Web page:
United States District Court, W.D. Tennessee, Eastern Division
ORDER PARTIALLY DENYING MOTION PURSUANT TO 28 U.S.C.
§ 2255 AND DIRECTING UNITED STATES TO RESPOND
D. TODD UNITED STATES DISTRICT JUDGE.
the Court is a pro se motion pursuant to 28 U.S.C.
§ 2255 filed by the Movant, Rodney Bates. At the time he
filed the § 2255 motion, Bates was incarcerated at the
Federal Correctional Complex Low in Yazoo City, Mississippi.
March 20, 2006, a federal grand jury returned a one-count
superseding indictment charging Bates with possession of
“crack” cocaine with intent to distribute, in
violation of 21 U.S.C. § 841(a). (No. 06-10017, Crim.
ECF No. 1.) He entered a guilty plea on May 11, 2006
(id., Crim. ECF Nos. 17 & 20), pursuant to a
written plea agreement (id., Crim. ECF No. 19). At a
hearing on August 10, 2006, the Court sentenced Bates to a
188-month term of imprisonment, to be followed by four years
of supervised release. (Id., Crim. ECF No. 23.)
Judgment was entered on August 14, 2006. (Id., Crim.
ECF No. 25.) Pursuant to an appeal waiver in the plea
agreement (id., Crim. ECF No. 19 at 2-3), no direct
appeal was filed at that time.
subsequently filed a motion for reduction of his sentence
after passage of the Fair Sentencing Act of 2010, Pub. L. No.
111-220, 124 Stat. 2372 (Aug. 3, 2010), pursuant to which the
U.S. Sentencing Commission amended the sentencing guidelines
applicable to certain drug offenses. (No. 06-10017, Crim. ECF
No. 27.) The Court denied that motion on May 16, 2014.
(Id., Crim. ECF No. 30.) Bates filed a second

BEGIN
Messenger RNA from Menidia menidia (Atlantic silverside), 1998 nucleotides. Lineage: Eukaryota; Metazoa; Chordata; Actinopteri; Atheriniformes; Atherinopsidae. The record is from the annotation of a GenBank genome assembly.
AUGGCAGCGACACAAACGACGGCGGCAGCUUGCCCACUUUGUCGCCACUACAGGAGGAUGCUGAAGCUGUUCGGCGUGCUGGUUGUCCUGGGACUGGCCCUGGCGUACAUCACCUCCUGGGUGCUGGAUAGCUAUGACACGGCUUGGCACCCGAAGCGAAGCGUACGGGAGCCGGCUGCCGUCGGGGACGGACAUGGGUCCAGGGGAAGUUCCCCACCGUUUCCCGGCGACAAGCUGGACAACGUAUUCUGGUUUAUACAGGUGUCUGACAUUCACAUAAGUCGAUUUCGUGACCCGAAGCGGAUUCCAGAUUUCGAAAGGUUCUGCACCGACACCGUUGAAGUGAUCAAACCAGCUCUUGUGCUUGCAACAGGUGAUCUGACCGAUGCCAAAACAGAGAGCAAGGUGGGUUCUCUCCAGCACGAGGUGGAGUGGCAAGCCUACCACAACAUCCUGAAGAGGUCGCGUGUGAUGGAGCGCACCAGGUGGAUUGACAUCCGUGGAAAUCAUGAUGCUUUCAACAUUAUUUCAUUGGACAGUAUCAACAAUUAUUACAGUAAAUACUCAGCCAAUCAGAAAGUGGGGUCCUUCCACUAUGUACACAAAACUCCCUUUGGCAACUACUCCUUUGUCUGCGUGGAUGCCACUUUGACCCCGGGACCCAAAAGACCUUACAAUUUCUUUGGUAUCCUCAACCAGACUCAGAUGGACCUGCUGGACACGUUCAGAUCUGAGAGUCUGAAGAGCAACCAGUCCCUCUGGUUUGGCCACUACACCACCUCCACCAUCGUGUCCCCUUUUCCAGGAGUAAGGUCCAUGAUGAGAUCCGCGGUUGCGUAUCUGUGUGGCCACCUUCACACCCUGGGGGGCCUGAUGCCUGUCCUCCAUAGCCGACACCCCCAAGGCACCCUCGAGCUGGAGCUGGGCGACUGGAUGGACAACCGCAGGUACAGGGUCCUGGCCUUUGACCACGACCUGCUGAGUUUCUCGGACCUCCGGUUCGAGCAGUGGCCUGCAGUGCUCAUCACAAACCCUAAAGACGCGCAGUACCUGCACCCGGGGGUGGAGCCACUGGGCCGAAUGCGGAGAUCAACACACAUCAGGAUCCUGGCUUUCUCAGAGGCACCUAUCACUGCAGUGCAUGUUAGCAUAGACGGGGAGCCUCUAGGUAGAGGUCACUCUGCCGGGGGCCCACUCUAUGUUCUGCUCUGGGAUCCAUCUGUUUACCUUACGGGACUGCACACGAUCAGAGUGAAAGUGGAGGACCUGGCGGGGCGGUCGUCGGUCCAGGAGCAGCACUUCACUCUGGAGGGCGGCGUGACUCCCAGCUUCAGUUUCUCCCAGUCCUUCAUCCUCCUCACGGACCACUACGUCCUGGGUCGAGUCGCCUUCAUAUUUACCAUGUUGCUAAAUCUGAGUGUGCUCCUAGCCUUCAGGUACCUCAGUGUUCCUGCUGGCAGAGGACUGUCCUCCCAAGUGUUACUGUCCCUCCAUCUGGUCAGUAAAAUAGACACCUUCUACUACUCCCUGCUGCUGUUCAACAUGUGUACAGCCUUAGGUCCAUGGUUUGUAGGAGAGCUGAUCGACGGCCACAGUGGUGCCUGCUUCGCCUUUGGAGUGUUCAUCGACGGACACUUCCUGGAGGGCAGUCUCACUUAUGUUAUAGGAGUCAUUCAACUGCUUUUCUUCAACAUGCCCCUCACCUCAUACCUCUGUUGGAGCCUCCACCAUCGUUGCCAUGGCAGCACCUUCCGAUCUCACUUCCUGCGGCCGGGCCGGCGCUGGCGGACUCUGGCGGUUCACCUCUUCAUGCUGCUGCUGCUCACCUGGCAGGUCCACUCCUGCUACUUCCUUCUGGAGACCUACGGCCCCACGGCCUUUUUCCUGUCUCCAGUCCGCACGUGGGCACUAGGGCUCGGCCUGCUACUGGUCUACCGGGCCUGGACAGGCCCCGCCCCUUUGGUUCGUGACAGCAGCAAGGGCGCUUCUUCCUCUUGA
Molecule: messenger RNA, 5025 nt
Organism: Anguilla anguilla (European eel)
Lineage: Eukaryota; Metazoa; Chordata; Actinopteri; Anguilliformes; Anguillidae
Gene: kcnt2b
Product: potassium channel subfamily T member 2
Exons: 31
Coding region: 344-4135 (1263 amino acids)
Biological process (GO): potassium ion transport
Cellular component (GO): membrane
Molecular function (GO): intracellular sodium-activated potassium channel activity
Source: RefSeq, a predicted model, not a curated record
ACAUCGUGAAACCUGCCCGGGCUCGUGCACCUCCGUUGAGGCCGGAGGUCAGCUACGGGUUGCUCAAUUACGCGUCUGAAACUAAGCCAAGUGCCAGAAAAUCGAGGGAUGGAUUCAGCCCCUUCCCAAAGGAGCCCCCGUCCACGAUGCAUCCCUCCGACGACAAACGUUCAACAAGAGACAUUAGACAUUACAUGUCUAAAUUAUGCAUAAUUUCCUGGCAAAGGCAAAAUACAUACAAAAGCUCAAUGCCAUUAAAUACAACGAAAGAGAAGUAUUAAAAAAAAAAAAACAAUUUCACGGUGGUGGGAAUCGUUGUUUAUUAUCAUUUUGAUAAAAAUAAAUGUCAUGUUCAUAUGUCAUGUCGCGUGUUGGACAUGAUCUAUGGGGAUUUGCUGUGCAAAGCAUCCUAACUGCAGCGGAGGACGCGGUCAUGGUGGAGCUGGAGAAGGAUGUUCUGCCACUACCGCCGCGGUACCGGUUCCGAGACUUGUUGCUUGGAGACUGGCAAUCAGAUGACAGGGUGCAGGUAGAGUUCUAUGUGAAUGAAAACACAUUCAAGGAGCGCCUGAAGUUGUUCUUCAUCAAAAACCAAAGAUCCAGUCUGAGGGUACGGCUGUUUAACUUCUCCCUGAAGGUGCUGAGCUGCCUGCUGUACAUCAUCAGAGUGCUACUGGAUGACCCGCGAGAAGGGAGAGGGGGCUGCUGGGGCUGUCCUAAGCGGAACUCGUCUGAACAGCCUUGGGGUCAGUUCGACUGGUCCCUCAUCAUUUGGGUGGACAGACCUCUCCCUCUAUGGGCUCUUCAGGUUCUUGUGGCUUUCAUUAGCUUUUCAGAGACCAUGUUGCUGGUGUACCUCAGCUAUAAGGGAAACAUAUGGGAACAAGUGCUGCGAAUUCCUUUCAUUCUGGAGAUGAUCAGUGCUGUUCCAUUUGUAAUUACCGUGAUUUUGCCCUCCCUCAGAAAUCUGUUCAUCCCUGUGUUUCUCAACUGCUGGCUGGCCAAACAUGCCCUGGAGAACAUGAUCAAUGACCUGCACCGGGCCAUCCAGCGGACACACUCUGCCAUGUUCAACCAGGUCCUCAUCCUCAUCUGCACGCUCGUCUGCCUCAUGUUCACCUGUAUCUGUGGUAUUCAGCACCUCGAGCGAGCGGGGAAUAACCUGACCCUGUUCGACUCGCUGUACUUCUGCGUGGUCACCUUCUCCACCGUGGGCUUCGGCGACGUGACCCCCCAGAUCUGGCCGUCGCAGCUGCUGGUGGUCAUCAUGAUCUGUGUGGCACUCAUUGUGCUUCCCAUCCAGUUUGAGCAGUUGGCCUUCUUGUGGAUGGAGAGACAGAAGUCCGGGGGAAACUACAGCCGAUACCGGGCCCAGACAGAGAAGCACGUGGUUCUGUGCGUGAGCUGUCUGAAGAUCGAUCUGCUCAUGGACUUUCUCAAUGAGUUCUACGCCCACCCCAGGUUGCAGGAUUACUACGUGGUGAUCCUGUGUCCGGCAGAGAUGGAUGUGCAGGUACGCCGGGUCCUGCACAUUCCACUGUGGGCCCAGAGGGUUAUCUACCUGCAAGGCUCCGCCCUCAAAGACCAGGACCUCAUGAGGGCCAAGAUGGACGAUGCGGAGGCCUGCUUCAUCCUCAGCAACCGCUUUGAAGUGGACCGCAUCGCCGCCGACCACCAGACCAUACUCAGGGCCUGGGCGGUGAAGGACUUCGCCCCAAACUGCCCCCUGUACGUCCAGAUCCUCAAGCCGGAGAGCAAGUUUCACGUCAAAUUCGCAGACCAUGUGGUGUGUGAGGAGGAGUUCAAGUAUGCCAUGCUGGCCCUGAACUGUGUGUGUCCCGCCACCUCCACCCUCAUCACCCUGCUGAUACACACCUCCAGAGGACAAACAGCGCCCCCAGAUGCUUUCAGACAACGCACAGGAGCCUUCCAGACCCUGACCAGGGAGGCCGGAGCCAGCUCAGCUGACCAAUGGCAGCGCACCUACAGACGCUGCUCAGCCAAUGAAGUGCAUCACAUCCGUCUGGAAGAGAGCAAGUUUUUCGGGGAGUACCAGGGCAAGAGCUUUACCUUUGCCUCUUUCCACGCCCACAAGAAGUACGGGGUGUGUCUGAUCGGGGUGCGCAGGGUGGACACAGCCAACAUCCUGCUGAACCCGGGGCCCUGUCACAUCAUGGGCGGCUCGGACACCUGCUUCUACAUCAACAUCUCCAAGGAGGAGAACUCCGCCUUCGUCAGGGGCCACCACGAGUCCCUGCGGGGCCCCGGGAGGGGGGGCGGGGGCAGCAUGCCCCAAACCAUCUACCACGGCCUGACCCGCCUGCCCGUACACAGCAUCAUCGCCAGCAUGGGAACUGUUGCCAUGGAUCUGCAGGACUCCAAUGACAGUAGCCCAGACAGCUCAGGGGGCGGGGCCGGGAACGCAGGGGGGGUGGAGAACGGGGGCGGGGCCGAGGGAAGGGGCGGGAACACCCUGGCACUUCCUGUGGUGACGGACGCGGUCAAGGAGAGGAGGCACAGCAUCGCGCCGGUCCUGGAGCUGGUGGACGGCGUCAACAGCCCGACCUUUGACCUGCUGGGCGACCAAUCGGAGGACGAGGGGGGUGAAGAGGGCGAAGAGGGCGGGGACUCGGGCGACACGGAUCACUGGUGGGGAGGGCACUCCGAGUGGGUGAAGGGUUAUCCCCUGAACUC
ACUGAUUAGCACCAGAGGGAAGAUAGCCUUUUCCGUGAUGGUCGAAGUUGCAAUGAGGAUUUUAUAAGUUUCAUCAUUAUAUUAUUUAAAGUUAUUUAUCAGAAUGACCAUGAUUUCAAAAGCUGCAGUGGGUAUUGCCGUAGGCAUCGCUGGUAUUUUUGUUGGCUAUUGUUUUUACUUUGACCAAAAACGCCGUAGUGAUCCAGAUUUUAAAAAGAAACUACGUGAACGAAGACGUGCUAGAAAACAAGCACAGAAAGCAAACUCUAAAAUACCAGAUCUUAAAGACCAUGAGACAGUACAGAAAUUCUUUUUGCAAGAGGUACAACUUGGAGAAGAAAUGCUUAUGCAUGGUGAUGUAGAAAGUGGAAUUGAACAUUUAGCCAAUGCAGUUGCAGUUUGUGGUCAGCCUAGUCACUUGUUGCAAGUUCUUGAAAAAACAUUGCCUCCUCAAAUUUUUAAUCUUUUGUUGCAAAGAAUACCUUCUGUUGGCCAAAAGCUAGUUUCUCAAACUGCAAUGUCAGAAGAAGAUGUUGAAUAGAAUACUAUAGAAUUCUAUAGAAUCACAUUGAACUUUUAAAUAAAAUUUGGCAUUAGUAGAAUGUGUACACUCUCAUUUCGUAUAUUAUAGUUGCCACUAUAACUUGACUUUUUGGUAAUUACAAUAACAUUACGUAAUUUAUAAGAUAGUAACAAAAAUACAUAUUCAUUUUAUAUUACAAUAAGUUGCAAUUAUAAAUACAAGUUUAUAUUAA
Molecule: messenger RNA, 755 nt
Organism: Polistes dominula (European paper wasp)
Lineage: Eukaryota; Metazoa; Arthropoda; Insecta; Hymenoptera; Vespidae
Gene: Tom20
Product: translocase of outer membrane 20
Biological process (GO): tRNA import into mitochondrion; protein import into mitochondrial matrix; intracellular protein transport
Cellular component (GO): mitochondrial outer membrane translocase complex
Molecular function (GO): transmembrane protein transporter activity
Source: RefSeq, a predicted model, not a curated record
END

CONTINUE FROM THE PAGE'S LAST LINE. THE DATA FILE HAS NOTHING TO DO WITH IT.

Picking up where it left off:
pro se motion to reduce sentence in accordance with
the Sentencing Commission's further amendment of the
guidelines in 2014. (Id., Crim. ECF No. 31.) That
motion also was denied. (Id., Crim. ECF No. 41.) On
December 3, 2015, Bates filed a notice of appeal from the
criminal judgment that had been entered in August 2006.
(Id., Crim. ECF No. 37.) The Sixth Circuit dismissed
the appeal as untimely. United States v. Bates, No.
15-6340 (6th Cir. Dec. 18, 2015).
29, 2016, the Clerk received and docketed Bates's pro
se § 2255 motion, in which he raises the following
1. Whether his attorney rendered ineffective assistance, in
violation of the Sixth Amendment, in failing to file a direct
appeal after being requested to do so;
2. Whether his attorney rendered ineffective assistance, in
violation of the Sixth Amendment, in failing to challenge, at
sentencing, the use of two of Bates's prior offenses to
erroneously qualify him as a career offender under U.S.S.G.
3. Whether Johnson v. United States, 135 S.Ct. 2551
(2015), applies to the “residual clause” of the
career offender guideline, U.S.S.G. § 4B1.2; and
4. Whether his attorney rendered ineffective assistance, in
violation of the Sixth Amendment, in failing to challenge his
sentence under the Fair Sentencing Act.
(ECF No. 1 at 4-8.)
December 19, 2016, President Barack Obama granted Bates
executive clemency, commuting his sentence so that it would
expire on July 31, 2017, but leaving in place the four-year
period of supervised release. (No. 06-100176, Crim. ECF No.
46 at 2.) Therefore, Bates has now been released from prison.
He has not provided the Court with any new address, and his
current whereabouts are unknown.
to 28 U.S.C. § 2255(a),
[a] prisoner in custody under sentence of a court established
by Act of Congress claiming the right to be released upon the
ground that the sentence was imposed in violation of the
Constitution or laws of the United States, or that the court
was without jurisdiction to impose such sentence, or that the
sentence was in excess of the maximum authorized by law, or
is otherwise subject to collateral attack, may move the court
which imposed the sentence to vacate, set aside or correct
prisoner seeking relief under 28 U.S.C. § 2255 must
allege either (1) an error of constitutional magnitude; (2) a
sentence imposed outside the statutory limits; or (3) an
error of fact or law that was so fundamental as to render the
entire proceeding invalid.” Short v. ...